reccomend me a pair of binoculars.

or because i have a bit of cash… a few options.

although am working in italy, when back in my adopted home of manila I live on the 31st floor of a condo block in the central business district of makati, manila. I have a panoramic view of the makati skyline and also over to malate and although am no peeping tom apart from just looking at ordinary day to day stuff, (also my close neighbour buildings are call centres and such like). Manila has weekly events such as firework displays, warehouse fires, police rushing through the city and other things that represent a great and vibrant city!

I have a great view as it stands but would love to be able to home in to street sellers peddling their stuff and see more action. I also regularly go to the islands where there is no light polution and even with the naked eye have a breathtaking view of the milky way. I want to be able to see more of the constellations and planets

In short …i wanna see more! What do I need? what binoculars? whats these stabilised image binos? do I need a telescope for the star stuff? For the street action I want a wide vision? I wanna stress that am not interested in peering through anyone’s bedroom curtains, enough happens in my bedroom to keep me happy hahaha!

any advice?

apreciations in advance
doh! can a mod correct the spelling error in the title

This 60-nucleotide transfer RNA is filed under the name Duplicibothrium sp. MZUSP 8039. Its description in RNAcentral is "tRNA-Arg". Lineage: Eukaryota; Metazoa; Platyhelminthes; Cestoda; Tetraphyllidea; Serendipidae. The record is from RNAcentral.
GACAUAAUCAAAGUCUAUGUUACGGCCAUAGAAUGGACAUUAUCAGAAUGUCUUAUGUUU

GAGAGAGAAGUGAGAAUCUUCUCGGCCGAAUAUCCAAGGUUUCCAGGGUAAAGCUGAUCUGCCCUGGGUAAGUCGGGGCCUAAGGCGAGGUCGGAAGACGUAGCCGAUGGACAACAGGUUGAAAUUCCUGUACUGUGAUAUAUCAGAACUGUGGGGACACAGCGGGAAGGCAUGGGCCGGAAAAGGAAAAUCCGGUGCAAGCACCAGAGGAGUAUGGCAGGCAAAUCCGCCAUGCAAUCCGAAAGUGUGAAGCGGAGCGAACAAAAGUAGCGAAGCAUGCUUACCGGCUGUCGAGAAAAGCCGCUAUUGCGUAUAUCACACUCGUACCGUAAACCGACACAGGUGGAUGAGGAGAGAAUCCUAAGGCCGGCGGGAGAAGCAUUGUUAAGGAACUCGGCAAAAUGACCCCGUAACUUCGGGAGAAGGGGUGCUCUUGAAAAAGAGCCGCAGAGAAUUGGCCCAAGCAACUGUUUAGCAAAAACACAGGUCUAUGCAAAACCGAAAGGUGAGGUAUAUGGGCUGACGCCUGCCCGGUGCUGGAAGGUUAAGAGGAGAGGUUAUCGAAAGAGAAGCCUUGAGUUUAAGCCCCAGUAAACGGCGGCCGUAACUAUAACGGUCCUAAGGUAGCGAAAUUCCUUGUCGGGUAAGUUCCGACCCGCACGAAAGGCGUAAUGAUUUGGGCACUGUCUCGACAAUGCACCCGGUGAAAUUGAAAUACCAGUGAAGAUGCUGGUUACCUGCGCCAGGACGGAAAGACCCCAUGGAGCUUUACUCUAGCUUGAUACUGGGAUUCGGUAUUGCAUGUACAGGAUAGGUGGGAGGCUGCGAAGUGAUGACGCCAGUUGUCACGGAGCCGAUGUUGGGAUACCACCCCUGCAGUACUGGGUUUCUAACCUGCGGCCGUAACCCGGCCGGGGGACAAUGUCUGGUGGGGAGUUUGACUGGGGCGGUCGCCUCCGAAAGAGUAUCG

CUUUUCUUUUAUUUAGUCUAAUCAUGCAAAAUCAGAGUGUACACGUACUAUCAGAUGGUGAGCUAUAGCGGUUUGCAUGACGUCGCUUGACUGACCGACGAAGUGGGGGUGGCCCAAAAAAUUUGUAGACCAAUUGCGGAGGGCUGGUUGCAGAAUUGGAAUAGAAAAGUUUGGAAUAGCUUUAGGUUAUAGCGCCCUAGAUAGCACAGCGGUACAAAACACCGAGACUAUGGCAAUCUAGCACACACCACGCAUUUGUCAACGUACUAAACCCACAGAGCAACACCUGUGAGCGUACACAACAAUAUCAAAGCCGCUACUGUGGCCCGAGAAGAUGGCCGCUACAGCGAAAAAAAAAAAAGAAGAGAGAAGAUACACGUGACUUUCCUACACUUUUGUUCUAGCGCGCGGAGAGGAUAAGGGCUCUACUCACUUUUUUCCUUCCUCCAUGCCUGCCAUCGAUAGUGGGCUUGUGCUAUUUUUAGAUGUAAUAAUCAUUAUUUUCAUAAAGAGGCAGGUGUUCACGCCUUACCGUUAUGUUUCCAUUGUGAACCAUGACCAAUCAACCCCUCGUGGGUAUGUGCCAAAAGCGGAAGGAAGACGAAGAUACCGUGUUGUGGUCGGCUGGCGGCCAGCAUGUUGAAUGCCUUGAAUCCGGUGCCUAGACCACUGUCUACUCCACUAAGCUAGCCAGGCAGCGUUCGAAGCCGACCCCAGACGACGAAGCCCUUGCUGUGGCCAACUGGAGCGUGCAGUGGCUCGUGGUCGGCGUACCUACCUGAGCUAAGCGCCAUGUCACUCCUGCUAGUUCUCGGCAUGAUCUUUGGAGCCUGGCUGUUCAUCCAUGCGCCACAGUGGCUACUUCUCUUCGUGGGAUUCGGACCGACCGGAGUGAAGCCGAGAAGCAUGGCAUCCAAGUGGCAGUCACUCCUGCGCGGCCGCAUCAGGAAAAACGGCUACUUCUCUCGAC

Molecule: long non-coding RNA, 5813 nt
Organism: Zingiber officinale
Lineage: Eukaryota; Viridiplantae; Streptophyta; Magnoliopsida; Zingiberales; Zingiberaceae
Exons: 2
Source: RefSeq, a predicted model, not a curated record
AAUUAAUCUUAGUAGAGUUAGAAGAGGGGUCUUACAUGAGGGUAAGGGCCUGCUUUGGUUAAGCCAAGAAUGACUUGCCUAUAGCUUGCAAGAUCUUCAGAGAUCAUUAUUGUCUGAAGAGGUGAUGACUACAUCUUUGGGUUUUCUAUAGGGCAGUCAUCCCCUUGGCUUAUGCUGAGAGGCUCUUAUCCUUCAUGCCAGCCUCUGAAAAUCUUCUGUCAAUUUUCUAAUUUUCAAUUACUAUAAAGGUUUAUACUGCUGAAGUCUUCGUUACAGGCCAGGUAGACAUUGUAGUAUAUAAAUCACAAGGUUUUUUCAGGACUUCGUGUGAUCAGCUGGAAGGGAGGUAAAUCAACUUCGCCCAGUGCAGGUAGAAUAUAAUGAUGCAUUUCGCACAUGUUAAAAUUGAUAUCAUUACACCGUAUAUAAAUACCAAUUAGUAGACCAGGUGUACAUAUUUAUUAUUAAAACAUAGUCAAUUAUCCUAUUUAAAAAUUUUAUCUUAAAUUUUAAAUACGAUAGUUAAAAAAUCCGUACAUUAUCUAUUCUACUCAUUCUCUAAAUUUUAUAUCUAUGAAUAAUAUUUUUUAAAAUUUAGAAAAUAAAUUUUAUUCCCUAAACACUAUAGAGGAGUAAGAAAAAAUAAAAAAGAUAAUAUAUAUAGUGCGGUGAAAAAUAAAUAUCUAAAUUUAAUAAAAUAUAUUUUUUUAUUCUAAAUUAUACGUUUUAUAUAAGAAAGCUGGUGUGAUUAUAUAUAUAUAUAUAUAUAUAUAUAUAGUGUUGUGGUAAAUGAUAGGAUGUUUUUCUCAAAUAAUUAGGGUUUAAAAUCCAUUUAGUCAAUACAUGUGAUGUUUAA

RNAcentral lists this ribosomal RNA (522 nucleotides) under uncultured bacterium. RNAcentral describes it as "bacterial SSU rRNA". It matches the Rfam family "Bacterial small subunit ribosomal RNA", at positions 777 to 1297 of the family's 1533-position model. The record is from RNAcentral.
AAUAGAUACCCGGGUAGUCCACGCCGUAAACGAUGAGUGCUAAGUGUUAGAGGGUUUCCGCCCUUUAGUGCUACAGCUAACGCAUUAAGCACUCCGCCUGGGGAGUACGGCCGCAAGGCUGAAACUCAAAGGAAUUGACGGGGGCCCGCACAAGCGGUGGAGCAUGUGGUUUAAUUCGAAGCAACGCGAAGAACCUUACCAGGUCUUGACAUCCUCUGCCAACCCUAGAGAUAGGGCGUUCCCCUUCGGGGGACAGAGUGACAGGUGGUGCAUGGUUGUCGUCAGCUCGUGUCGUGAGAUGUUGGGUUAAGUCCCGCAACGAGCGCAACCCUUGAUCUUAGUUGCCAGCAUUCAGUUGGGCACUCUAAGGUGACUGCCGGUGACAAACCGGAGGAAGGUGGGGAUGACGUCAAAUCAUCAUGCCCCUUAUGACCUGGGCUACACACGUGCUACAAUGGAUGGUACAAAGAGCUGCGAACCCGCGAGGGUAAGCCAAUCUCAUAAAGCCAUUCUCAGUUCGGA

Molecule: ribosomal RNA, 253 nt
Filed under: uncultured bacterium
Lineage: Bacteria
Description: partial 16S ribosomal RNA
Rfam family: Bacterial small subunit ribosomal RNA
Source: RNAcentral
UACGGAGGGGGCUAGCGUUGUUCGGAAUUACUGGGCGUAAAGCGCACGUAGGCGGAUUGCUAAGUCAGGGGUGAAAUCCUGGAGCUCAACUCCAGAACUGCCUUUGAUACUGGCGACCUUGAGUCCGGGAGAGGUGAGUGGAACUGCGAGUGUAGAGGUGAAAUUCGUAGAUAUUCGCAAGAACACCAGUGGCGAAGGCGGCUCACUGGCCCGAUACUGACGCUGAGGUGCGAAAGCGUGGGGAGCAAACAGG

I use these, mostly for birdwatching and stargazing. They have almost every undesirable attribute possible: heavy, expensive, eat batteries, poor close-focus performance. Offsetting this is just one virtue: they let you see impressively more than any other set. And that makes them the clear choice.

I can’t suggest a specific model since I’ve only owned cheap binoculars, but I can give you a few pointers to do with their use in astronomy. You certainly don’t need a telescope to get started with star gazing. In fact binoculars are usually recommended as the best instrument for a beginner since the offer a wide field of view and ease of use at a relatively low price. Look for models with a large front lens upwards of 40mm to gather a decent amount of light to study fainter objects. Magnification typically comes at the expense of a smaller field of view and something between 10-15x would be my suggestion (I use 10x50). Stability and weight are obviously issues, however I’d highly recommend getting a tripod for any practical extended observation, which largely resolves these problems. Bear in mind that not all binoculars can be mounted on a tripod so it’s worth checking beforehand. A fairly comprehensive buyers guide in relation to astronomy can be found here.